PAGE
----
IT vs. Facilities vs. Security vs. Vendors vs. ______ playing well in the sandbox

Posted by on Jun 3, 2012 in Facilities Management, Leadership | 3 comments

Rivalries between people are caused by competing goals, limited resources, or personal issues.  As the leader of an organization, you can control goals and resources.  When it comes to personal issues, more often than not you wind up removing them from the organization one way or another.

The different groups within organizations also operate as people do in the sense that collectively they have competing goals and must vie for limited resources.  It’s natural that rivalries would develop as groups with divergent goals compete for limited resources; but, left unchecked, rivalries can be very detrimental to the efficiency of an organization as a whole.  So how do you as a leader of such an organization prevent this type of rivalry and create an environment that promotes cooperation and organizational efficiency?

Communicated goals tend to unify organizations

The answer lies in communicating the goals and priorities of the organization.  While goals usually remain consistent over long periods of time, priorities can actually change from day to day – even hour to hour.  Yet when everyone knows the goals and understands the priorities, they will naturally work toward those as informed.  Leadership needs to make sure that each group understands how their tasks work to achieve the goals and where they fit into the priorities of the organization as a whole.  It sounds simple enough, but it’s actually far more difficult to put into practice. So hopefully an example or two will illustrate how things can go awry.

The data center’s Operations Group has the goal of no downtime to the customers.  The Facilities Operations Group has the same goal too; but because most facilities do not have multiple redundant systems and there always seems to be a single point of failure, there will be a time when Facilities will have to take the systems down for maintenance or they will fail on their own, usually at a very inconvenient time.

Even though both groups have the same goals, the realities of the situation require that systems be shut down and maintained to prevent an uncontrolled outage.  Operations will naturally try to delay the outage as long as possible and will question the need for it at all.  Facilities will understand the consequences if the scheduled maintenance is not performed and will try to make the case for periodic shutdowns.  If one organization doesn’t understand the other’s reasoning for their actions, some form of conflict will occur.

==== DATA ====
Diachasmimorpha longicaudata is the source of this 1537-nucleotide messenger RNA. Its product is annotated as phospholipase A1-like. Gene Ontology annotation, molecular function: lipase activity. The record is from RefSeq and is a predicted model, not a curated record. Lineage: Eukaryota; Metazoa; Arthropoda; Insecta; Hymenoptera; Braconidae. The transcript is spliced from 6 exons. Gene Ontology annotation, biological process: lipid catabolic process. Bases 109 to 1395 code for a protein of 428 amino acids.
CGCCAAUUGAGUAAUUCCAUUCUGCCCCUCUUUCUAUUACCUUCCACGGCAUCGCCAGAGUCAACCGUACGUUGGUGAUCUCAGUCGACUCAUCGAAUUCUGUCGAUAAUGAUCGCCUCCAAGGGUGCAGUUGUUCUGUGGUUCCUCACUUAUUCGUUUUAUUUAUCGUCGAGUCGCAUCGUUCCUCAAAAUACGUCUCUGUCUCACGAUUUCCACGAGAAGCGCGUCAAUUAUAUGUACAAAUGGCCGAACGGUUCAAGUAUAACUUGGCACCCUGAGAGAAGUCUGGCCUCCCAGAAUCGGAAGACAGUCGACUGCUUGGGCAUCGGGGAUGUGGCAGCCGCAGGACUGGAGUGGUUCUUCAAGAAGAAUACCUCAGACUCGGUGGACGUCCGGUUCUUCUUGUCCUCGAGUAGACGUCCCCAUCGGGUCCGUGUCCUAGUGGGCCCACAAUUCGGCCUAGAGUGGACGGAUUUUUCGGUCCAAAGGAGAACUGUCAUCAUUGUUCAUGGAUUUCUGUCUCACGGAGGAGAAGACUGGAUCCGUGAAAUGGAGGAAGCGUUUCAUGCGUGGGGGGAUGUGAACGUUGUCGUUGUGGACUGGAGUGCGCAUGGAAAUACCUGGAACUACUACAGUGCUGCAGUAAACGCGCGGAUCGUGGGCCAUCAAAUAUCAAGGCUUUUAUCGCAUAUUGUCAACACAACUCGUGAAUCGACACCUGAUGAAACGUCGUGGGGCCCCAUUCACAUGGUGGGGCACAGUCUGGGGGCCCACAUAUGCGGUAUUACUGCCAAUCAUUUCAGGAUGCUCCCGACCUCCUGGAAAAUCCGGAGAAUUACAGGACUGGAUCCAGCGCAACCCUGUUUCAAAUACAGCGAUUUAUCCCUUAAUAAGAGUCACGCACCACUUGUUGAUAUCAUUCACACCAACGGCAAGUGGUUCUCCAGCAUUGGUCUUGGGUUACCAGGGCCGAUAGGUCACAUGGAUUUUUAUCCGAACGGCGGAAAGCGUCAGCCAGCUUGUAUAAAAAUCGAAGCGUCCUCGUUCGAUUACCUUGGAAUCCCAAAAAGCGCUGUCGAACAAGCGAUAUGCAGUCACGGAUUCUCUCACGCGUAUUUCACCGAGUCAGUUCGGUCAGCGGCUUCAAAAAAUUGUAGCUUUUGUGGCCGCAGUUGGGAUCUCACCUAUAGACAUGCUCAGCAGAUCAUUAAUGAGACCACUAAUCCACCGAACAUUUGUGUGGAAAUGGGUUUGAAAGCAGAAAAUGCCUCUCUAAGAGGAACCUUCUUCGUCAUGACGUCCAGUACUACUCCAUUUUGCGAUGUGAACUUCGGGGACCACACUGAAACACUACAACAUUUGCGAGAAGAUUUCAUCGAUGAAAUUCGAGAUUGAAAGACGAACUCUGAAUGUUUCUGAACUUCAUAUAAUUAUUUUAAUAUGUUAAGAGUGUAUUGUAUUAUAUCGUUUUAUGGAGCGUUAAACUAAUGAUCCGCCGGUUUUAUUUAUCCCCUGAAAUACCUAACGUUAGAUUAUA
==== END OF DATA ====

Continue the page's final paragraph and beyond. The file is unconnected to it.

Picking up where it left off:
While it may appear to be a minor conflict at first, it can escalate to the point where neither group does anything due to analysis paralysis, issues stemming from communication failures, or other forms of conflict.  The systems then fail on their own, causing an outage.  Each group speaks unflatteringly about the other and real organizational problems soon become the norm.

But misunderstandings like this aren’t unique to in-house groups.  They can occur between vendors, contractors, operations, security, and other groups as well.  For example, Security has the goal of keeping things secure and the best way to do this is to lock everything up. While that may serve Security’s interests, it will conflict with the interests of the Facilities Group and contractors who need to accomplish their tasks quickly and efficiently.  If Facilities must “go get a key” every time they need access to certain areas under their responsibility, then time is wasted and they will earn the reputation of not responding in a timely manner.  Ultimate security adds costs to the overall operation.  I have personally seen where security rules added an additional $200,000/year in costs to the operations – over and above the cost of security operations.  In all fairness, there are many times when these rules of security are necessary; but sometimes they are “over the top.”